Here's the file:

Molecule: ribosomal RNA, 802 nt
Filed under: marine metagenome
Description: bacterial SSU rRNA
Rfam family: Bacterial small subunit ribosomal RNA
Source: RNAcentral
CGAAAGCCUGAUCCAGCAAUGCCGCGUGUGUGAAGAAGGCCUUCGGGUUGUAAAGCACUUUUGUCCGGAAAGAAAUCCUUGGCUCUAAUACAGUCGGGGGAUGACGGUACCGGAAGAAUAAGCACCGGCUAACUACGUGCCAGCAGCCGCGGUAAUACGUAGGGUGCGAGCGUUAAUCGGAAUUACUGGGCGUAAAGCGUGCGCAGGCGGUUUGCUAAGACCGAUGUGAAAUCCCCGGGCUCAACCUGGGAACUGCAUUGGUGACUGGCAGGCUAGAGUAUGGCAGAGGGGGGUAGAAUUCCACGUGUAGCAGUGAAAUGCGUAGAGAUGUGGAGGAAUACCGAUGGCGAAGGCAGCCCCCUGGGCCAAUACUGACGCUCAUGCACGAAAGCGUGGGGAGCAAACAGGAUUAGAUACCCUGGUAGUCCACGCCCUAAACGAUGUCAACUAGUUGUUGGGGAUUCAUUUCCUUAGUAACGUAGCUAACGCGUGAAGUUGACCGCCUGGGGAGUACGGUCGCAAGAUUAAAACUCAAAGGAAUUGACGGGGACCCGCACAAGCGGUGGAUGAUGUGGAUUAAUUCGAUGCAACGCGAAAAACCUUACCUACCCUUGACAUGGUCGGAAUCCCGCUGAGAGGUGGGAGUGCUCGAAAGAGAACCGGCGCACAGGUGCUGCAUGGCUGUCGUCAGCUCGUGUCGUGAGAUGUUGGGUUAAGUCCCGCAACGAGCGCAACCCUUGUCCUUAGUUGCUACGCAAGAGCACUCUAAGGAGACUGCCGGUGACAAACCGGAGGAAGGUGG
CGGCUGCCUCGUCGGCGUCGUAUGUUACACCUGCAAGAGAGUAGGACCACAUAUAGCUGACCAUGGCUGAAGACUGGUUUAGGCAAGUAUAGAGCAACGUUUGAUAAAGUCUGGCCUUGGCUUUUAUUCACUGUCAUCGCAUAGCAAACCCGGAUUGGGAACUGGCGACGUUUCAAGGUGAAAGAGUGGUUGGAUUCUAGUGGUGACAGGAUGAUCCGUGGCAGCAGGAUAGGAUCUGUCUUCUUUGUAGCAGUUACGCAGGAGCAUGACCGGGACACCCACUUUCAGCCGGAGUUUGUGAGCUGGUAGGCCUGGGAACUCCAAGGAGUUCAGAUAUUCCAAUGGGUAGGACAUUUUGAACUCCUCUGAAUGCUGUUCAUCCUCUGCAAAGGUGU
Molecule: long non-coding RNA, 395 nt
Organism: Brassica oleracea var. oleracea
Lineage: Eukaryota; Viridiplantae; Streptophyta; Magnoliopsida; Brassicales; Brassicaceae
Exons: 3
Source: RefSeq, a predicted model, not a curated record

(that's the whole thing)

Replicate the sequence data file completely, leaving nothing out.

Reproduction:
Molecule: ribosomal RNA, 802 nt
Filed under: marine metagenome
Description: bacterial SSU rRNA
Rfam family: Bacterial small subunit ribosomal RNA
Source: RNAcentral
CGAAAGCCUGAUCCAGCAAUGCCGCGUGUGUGAAGAAGGCCUUCGGGUUGUAAAGCACUUUUGUCCGGAAAGAAAUCCUUGGCUCUAAUACAGUCGGGGGAUGACGGUACCGGAAGAAUAAGCACCGGCUAACUACGUGCCAGCAGCCGCGGUAAUACGUAGGGUGCGAGCGUUAAUCGGAAUUACUGGGCGUAAAGCGUGCGCAGGCGGUUUGCUAAGACCGAUGUGAAAUCCCCGGGCUCAACCUGGGAACUGCAUUGGUGACUGGCAGGCUAGAGUAUGGCAGAGGGGGGUAGAAUUCCACGUGUAGCAGUGAAAUGCGUAGAGAUGUGGAGGAAUACCGAUGGCGAAGGCAGCCCCCUGGGCCAAUACUGACGCUCAUGCACGAAAGCGUGGGGAGCAAACAGGAUUAGAUACCCUGGUAGUCCACGCCCUAAACGAUGUCAACUAGUUGUUGGGGAUUCAUUUCCUUAGUAACGUAGCUAACGCGUGAAGUUGACCGCCUGGGGAGUACGGUCGCAAGAUUAAAACUCAAAGGAAUUGACGGGGACCCGCACAAGCGGUGGAUGAUGUGGAUUAAUUCGAUGCAACGCGAAAAACCUUACCUACCCUUGACAUGGUCGGAAUCCCGCUGAGAGGUGGGAGUGCUCGAAAGAGAACCGGCGCACAGGUGCUGCAUGGCUGUCGUCAGCUCGUGUCGUGAGAUGUUGGGUUAAGUCCCGCAACGAGCGCAACCCUUGUCCUUAGUUGCUACGCAAGAGCACUCUAAGGAGACUGCCGGUGACAAACCGGAGGAAGGUGG
CGGCUGCCUCGUCGGCGUCGUAUGUUACACCUGCAAGAGAGUAGGACCACAUAUAGCUGACCAUGGCUGAAGACUGGUUUAGGCAAGUAUAGAGCAACGUUUGAUAAAGUCUGGCCUUGGCUUUUAUUCACUGUCAUCGCAUAGCAAACCCGGAUUGGGAACUGGCGACGUUUCAAGGUGAAAGAGUGGUUGGAUUCUAGUGGUGACAGGAUGAUCCGUGGCAGCAGGAUAGGAUCUGUCUUCUUUGUAGCAGUUACGCAGGAGCAUGACCGGGACACCCACUUUCAGCCGGAGUUUGUGAGCUGGUAGGCCUGGGAACUCCAAGGAGUUCAGAUAUUCCAAUGGGUAGGACAUUUUGAACUCCUCUGAAUGCUGUUCAUCCUCUGCAAAGGUGU
Molecule: long non-coding RNA, 395 nt
Organism: Brassica oleracea var. oleracea
Lineage: Eukaryota; Viridiplantae; Streptophyta; Magnoliopsida; Brassicales; Brassicaceae
Exons: 3
Source: RefSeq, a predicted model, not a curated record